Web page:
Buddhists believe in karma, the idea that acts committed in previous lives are punished or rewarded in this one, and some Sri Lankans say the tsunami was a punishment for human sin. They speak of political corruption and the long, bitter feud between the Sri Lankan government and Tamil separatists who control a portion of the country. Some blame fishermen for killing fish, counter to Buddha's teachings. Others say the drug dealers who frequent coastal resorts in search of Western customers have made the whole country an object of divine wrath.

"Good Buddhists are living," said Rasanga Dinesh, who spent Friday night, the night of his 20th birthday, on the floor of a temple in the tiny hamlet of Godegama a few miles from the ruins of his house near the beach. "I think Lord Buddha is the best for the world _ no other."

Why, then, did the wave carry away Dinesh's mother? Why did it destroy his house? His eyes cloud as he thinks about it.

"I don't know," he says finally. "I can't see the heart of it. I don't know why."

Centuries ago, according to Sri Lanka's history books, another giant wave devastated the island. The king wanted to placate the god of the sea, so he decided to sacrifice his daughter. He put her on a ship and launched it, but instead of floating out into the open water, it hugged the coast and landed on the eastern side of the country. There, another king found the princess and married her.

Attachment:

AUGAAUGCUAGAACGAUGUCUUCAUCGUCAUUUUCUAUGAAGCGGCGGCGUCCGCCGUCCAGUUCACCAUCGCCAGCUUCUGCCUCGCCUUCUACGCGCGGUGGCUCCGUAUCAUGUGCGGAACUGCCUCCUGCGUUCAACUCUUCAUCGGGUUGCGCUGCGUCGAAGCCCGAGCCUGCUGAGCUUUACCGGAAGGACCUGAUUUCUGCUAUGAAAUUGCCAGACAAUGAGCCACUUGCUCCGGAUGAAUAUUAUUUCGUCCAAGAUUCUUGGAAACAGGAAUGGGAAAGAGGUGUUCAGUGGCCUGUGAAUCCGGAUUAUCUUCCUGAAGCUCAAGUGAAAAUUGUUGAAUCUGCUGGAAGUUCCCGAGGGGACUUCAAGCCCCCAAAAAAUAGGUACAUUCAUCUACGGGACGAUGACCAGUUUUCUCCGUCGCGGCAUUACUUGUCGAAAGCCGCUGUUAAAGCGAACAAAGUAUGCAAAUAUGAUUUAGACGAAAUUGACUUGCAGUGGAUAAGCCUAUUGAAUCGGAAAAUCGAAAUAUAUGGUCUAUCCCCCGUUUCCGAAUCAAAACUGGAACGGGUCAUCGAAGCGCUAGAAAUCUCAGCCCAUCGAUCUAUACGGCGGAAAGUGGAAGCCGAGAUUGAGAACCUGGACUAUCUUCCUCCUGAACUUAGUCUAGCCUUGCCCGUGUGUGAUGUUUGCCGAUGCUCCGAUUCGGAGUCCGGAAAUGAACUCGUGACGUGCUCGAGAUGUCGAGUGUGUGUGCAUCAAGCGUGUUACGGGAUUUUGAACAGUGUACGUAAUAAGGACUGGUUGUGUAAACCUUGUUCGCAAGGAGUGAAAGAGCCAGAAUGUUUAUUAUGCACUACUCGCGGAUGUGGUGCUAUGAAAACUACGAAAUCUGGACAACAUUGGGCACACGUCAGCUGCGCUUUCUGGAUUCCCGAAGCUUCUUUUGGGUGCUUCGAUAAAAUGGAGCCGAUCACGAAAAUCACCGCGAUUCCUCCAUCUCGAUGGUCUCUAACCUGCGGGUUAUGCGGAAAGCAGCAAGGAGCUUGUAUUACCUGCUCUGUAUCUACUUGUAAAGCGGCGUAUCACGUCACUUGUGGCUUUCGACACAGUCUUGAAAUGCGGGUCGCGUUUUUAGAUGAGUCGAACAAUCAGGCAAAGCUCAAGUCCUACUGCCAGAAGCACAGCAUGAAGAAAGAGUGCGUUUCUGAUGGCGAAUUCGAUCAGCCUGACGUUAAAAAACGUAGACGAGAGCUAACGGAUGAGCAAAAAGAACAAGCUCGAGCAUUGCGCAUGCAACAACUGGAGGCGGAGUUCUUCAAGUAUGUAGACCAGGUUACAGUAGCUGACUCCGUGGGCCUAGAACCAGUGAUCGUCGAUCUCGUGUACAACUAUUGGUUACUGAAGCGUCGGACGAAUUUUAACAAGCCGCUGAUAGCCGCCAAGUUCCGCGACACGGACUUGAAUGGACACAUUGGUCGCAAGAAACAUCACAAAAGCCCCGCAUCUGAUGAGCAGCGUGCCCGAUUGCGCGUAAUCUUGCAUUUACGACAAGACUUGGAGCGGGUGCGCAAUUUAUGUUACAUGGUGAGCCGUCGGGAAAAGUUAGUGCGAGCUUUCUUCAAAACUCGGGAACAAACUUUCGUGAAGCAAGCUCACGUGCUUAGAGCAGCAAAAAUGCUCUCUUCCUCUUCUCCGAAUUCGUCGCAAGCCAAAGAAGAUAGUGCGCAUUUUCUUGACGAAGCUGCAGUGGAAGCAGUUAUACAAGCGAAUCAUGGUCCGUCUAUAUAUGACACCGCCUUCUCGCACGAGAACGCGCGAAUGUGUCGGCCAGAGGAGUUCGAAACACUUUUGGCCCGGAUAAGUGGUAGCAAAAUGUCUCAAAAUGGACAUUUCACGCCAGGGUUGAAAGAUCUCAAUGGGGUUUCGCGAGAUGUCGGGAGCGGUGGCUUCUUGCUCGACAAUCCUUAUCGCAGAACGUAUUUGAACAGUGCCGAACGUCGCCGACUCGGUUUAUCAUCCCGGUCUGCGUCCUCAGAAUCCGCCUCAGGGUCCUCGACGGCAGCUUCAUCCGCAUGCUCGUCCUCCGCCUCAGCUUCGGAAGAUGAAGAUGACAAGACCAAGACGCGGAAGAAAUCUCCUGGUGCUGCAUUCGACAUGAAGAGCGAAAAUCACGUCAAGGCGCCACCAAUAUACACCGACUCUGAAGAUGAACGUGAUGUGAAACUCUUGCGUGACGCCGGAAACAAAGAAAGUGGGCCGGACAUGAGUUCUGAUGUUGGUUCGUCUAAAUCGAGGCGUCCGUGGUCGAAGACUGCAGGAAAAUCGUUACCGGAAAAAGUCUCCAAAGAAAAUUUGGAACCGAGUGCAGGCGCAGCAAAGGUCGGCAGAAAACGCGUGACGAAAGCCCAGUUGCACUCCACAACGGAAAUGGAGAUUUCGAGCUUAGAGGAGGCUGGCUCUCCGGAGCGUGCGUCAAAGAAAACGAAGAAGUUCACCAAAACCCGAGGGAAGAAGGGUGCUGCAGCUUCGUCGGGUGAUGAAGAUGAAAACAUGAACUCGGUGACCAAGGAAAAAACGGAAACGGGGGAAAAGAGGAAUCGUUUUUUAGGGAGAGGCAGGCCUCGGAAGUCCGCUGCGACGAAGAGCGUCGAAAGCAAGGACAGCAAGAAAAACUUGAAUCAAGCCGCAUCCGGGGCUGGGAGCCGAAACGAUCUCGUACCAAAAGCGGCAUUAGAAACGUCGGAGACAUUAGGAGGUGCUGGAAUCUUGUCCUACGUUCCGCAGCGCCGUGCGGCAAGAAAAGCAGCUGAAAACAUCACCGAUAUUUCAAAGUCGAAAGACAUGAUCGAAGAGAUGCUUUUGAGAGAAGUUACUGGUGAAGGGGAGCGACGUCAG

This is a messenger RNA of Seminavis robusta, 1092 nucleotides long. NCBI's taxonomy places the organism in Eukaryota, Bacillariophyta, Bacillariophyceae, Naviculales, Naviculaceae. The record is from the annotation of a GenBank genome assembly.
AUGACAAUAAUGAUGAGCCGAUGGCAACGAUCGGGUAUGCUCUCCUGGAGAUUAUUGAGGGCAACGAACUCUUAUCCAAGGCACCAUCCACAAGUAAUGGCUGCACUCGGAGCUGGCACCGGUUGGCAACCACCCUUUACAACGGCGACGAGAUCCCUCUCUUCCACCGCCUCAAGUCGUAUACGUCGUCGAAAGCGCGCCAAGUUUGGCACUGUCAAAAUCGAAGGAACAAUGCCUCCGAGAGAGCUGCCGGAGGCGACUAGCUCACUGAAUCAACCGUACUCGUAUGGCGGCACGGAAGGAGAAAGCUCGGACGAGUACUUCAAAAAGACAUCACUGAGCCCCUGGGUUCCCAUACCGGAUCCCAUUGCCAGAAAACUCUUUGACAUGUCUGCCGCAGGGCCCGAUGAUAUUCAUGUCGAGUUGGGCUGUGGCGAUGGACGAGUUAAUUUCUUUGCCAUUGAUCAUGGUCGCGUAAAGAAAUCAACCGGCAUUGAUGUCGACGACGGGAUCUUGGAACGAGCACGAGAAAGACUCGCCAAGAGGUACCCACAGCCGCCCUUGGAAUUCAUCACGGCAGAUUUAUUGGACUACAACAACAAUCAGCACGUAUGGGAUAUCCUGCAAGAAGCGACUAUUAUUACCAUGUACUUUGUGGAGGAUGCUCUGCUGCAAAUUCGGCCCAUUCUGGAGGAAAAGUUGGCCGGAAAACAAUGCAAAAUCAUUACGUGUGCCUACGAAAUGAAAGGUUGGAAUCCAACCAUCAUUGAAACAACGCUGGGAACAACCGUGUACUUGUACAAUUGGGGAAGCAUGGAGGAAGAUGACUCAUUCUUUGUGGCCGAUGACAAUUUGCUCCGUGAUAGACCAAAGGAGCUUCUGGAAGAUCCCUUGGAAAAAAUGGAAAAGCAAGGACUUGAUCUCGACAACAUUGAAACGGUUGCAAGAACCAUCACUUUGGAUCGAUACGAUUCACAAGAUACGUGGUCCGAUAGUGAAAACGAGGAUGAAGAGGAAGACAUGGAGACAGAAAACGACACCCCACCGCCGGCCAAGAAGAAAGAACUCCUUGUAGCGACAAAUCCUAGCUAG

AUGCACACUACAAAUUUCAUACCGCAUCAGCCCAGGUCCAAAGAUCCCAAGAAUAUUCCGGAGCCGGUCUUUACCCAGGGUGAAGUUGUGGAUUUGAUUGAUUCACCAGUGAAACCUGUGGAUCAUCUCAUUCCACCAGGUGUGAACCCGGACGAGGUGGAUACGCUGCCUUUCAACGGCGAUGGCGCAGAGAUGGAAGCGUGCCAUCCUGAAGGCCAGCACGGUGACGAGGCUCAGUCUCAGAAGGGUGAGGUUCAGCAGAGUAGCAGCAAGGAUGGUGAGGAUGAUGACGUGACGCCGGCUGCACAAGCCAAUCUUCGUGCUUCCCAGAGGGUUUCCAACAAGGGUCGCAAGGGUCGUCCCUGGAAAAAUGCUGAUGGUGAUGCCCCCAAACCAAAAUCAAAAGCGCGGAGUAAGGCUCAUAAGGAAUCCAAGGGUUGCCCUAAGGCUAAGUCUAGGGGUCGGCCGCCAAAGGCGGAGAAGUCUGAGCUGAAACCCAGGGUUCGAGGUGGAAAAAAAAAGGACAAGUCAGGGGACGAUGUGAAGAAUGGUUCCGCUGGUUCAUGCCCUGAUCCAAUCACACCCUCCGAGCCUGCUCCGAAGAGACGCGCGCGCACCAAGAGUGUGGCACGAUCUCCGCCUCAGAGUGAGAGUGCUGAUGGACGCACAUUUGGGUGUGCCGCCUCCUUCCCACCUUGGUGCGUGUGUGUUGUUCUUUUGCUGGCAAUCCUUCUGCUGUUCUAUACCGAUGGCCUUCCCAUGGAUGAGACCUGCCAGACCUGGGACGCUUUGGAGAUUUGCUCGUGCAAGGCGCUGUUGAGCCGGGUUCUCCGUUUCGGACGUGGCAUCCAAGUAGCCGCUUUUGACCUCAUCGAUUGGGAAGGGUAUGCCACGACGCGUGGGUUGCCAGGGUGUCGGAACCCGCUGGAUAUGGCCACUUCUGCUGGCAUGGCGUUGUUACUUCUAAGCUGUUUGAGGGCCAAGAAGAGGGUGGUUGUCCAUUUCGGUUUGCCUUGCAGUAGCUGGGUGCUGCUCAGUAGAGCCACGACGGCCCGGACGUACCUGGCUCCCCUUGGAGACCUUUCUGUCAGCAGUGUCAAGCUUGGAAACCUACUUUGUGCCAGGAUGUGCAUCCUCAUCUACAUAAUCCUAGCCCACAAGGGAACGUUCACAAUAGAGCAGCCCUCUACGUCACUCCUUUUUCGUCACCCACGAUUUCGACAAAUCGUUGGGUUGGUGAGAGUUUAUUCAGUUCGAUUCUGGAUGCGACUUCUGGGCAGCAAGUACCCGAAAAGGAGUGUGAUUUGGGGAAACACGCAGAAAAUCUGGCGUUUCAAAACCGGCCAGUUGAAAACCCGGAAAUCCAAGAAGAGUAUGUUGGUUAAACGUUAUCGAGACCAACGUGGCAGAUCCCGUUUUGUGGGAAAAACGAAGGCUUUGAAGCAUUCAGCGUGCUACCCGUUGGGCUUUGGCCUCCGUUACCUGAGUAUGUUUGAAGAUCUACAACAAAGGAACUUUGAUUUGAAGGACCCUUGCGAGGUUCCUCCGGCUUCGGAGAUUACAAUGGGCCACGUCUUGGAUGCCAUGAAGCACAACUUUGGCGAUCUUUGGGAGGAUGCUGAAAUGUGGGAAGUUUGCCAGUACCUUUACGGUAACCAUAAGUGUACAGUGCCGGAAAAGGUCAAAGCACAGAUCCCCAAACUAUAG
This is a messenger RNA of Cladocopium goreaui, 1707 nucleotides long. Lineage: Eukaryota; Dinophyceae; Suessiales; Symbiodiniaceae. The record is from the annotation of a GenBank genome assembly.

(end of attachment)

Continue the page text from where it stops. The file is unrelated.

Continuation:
Everyone agrees that human sacrifice is not the answer this time. The Buddhist monks and the high priests say life contains all kinds of experiences; that human beings harvest what they sow; that natural events _ a shudder in the earth, a swelling in the water _ are only natural.

But for survivors like P.K. Thilaka, a slight, soft-voiced woman who was home on holiday from her housekeeping job in Lebanon when the wave killed her father, the answer is not so clear.

On Saturday evening, she sat on the steps of the temple, her hands folded in prayer, her face contorted with pain. She was trying not to think about her father, but she thought about him anyway. She thought about how he would get up early every morning and boil milk for her to drink.

"Now," she said, "there is no milk."